The light gathering should be almost 4 times more in the Newtonians, but: will there be a "break through experience" or just a bit more brightness and size? globulars, planetary nebulae and galaxies matter;-)
I had a 120 mm Orion Eon for two years. This is a 120mm F/7.5 FPL-53 doublet and probably better optically than your 120mm Binocular Telescope. I recently sold it because my generic 10 inch GSO Dob was the better all around performer and not just by a little. The Dob was better on the planets, it splits doubles not even worth looking at in the refractor. Globulars, nebulae, galaxies, for deep sky it's a break through experience.
As far as binocular Newtonian: In your situation, I would look very closely at a larger telescope with binoviewers. The advantage of a binocular telescope over binoviewers and a larger aperture telescope is that brighter exit pupils, lower magnifications are possible. Both are limited in brightness by the diameter of your dark adapted eye but the binoviewer will be 1/2 as bright.
But this advantage exists only at the larger exit pupils. At smaller exit pupils in the binocular telescope, the larger aperture with a binoviewer can make up for this loss of brightness with a larger exit pupil.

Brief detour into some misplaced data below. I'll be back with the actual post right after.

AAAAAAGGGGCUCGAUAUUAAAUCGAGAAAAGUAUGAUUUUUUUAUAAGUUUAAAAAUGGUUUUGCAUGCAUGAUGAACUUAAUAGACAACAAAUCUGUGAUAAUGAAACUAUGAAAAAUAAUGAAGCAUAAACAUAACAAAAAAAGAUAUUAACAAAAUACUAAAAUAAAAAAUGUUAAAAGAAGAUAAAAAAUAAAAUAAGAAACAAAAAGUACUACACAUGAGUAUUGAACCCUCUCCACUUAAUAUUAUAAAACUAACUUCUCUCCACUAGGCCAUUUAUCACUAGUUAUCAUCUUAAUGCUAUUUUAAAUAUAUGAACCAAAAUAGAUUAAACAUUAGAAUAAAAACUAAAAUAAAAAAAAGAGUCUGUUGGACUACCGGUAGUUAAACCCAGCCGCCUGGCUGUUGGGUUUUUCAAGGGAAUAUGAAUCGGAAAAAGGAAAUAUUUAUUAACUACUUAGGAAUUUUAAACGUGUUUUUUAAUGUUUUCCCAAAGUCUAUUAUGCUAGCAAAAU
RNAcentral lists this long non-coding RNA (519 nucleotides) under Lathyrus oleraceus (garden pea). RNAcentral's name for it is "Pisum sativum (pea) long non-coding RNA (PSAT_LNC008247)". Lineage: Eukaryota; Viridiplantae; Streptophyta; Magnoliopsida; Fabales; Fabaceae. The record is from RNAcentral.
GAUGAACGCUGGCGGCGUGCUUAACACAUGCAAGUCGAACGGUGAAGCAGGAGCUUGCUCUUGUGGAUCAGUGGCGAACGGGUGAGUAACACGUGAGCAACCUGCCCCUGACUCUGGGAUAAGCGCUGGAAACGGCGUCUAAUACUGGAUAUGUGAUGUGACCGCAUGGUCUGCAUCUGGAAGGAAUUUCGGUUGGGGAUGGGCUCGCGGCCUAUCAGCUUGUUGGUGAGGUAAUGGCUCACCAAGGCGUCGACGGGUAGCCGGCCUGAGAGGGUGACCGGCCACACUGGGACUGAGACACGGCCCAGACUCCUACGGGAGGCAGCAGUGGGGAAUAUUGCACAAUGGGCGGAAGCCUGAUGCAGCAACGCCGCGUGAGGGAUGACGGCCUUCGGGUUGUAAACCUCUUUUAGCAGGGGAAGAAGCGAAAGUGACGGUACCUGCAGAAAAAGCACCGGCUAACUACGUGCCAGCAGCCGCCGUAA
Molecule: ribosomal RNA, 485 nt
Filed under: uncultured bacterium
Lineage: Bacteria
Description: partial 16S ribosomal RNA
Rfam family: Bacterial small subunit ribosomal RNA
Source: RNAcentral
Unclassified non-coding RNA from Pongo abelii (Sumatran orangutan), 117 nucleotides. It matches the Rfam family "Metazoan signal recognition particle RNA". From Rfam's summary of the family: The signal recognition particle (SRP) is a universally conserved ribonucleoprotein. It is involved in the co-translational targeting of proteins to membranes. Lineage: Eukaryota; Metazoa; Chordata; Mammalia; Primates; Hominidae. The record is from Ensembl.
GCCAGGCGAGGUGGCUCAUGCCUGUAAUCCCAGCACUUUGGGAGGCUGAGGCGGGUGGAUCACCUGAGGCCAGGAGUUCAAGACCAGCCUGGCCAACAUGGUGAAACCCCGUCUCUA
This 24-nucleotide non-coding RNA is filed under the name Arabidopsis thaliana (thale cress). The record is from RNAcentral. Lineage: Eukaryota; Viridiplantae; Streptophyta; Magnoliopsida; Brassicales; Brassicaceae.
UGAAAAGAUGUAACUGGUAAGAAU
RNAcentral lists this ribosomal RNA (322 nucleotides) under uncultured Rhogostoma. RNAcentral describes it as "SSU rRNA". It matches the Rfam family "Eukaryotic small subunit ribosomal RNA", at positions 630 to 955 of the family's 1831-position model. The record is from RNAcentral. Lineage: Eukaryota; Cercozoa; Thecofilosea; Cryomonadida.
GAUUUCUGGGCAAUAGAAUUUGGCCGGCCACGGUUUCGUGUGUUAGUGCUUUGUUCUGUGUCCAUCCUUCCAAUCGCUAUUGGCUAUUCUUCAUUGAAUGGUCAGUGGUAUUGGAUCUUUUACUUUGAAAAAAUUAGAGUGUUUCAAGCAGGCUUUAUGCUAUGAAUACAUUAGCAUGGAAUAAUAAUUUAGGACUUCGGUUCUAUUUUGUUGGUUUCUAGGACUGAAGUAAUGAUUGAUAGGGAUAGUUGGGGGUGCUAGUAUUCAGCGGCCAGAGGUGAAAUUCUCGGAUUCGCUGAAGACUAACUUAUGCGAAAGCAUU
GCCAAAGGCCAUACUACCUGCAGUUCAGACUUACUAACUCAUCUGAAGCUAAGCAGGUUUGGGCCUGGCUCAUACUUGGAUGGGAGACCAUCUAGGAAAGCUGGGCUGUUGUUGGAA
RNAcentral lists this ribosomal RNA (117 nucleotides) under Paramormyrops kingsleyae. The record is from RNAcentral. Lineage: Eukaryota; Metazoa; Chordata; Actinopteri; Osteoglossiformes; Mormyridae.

Consider a 10 inch binocular telescope and a 14 inch with a Binoviewer for someone whose dark adapted eye opens to 7mm. . If the 10 inch (250mm) binocular telescope is being used at a 5mm exit pupil, that would be 50x. the 14 inch (350mm) could be used with a 7mm exit pupil which would normally be twice as bright as the 5mm exit pupil (area) but since it is a binoviewer, it would be equal in brightness. This holds true for smaller exit pupils.
Exit pupils between 5mm and 7mm are useful but the vast majority of deep sky observing is done with smaller exit pupils. All planetary and double star viewing is done at smaller exit pupils. At smaller exit pupils, the binoviewer has several advantages. It is much simpler both mechanically and optically, it doesn't all the complexity of the collimating and aligning binocular telescope. In theory at least, it has the greater resolving power of the larger aperture. And it can be used alone as regular telescope. At the highest powers, looking for the smallest, most difficult objects, the "cyclops" mode with the larger telescope will go deeper.
I think the reason one reason larger binocular telescopes are so uncommon is that a binoviewer is an effective and less costly alternative.